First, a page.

We have to nail down the definition of the problem. There is no general failure to integrate. In the U.K., for example, we are not talking about Chinese or Indians. We are not talking about blacks and Asians. This is a particular problem. It is about the failure of one part of the Muslim community to resolve and create an identity that is both British and Muslim. And I stress part of it. Most Muslims are as much at ease with their citizenship in the U.K. as I am. I dare say that is true in other European nations too.
However, some don't integrate. But when we talk about this in general terms, without precision, for fear of "stigmatizing" Muslims, we alienate public opinion and isolate the majority of Muslims who are integrating and want to be as much part of our society as any other group. Then, because we won't identify the problem as it is, a subterranean debate takes the place of an open one, and that debate lumps all Muslims together. So in the interest of "defending" the Muslim community, we actually segregate it by refusing to have an honest debate about what is happening.
Most people instinctively understand the right approach to integration. We just have to articulate and enforce it. This approach is to distinguish clearly and carefully between the common space, shared by all citizens, and the space where we can be different. We have different faiths. We practice them differently. We have different histories, different cultures and different views. Some citizens will genuinely and properly not like some of the more liberal tendencies of Western life. We can differ over this.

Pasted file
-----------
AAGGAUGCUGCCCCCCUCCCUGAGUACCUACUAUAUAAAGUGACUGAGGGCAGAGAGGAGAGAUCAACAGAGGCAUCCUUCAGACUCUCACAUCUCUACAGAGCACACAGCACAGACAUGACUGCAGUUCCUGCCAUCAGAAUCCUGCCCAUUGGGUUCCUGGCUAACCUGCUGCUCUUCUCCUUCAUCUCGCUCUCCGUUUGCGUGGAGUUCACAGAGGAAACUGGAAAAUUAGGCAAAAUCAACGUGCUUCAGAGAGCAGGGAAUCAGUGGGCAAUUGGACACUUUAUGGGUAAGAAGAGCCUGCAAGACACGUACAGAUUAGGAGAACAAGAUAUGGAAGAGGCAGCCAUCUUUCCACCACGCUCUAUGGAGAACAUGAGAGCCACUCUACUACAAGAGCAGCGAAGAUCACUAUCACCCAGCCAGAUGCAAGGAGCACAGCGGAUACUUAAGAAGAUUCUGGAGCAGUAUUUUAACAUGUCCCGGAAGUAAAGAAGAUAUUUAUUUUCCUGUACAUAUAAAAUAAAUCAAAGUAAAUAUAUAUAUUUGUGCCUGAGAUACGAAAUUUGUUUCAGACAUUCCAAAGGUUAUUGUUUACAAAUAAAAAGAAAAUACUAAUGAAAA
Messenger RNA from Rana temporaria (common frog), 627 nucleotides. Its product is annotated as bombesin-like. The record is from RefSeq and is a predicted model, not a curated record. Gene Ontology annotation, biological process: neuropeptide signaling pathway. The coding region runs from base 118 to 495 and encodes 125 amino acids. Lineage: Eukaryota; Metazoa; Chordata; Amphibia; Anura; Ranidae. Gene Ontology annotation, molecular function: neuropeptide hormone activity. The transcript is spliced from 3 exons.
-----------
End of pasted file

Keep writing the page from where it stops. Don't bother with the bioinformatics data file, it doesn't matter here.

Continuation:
But there has to be a shared acceptance that some things we believe in and we do together: obedience to certain values like democracy, rule of law, equality between men and women; respect for national institutions; and speaking the national language. This common space cannot be left to chance or individual decision. It has to be accepted as mandatory. Doing so establishes a clear barrier between those citizens of the host community who are concerned for understandable reasons and those who are bigoted.
Concerns about illegal immigration have a lot to do with the notion that the system can be gamed, played, or swindled by some who are hostile to the host community they seek to penetrate. Ensuring that there are rules, strictly enforced—and in Europe's case, these could be pan-European as well as national—is not anti-immigrant. It is, in fact, the only way to protect the idea that immigration, properly controlled, is of enormous benefit.